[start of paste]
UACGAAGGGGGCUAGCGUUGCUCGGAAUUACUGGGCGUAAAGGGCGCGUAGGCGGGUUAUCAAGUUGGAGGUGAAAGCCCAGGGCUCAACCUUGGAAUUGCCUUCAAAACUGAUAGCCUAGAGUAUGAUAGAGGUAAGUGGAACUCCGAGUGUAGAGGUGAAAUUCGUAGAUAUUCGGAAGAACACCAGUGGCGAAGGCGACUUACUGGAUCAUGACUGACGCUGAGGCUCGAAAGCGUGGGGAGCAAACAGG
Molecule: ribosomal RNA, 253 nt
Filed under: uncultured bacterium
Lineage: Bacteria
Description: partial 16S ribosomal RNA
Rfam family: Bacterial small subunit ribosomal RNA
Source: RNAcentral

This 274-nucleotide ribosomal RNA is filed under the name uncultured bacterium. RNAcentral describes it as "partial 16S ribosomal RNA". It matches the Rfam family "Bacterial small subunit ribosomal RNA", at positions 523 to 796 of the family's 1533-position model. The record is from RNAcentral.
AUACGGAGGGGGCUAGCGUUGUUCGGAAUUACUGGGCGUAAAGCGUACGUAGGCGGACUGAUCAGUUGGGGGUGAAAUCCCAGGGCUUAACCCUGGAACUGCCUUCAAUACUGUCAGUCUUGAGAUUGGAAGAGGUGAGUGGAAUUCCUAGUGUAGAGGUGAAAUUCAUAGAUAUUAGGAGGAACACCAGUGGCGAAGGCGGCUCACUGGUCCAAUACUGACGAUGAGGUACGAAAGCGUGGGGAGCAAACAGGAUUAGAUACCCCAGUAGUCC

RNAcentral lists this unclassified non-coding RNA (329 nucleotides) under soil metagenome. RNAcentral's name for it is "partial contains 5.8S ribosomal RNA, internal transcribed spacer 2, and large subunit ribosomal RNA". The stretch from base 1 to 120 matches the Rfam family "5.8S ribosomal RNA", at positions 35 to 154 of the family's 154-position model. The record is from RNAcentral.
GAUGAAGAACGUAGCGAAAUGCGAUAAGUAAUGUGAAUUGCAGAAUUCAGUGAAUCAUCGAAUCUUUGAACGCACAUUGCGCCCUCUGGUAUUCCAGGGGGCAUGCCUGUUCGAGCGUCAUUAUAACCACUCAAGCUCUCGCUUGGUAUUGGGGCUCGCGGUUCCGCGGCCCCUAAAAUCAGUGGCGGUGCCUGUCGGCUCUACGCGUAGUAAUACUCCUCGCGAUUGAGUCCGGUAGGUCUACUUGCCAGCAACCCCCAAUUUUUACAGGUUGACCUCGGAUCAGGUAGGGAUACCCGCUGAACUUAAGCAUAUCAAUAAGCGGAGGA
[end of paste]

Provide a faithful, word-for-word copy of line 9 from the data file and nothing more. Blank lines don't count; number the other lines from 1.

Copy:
AUACGGAGGGGGCUAGCGUUGUUCGGAAUUACUGGGCGUAAAGCGUACGUAGGCGGACUGAUCAGUUGGGGGUGAAAUCCCAGGGCUUAACCCUGGAACUGCCUUCAAUACUGUCAGUCUUGAGAUUGGAAGAGGUGAGUGGAAUUCCUAGUGUAGAGGUGAAAUUCAUAGAUAUUAGGAGGAACACCAGUGGCGAAGGCGGCUCACUGGUCCAAUACUGACGAUGAGGUACGAAAGCGUGGGGAGCAAACAGGAUUAGAUACCCCAGUAGUCC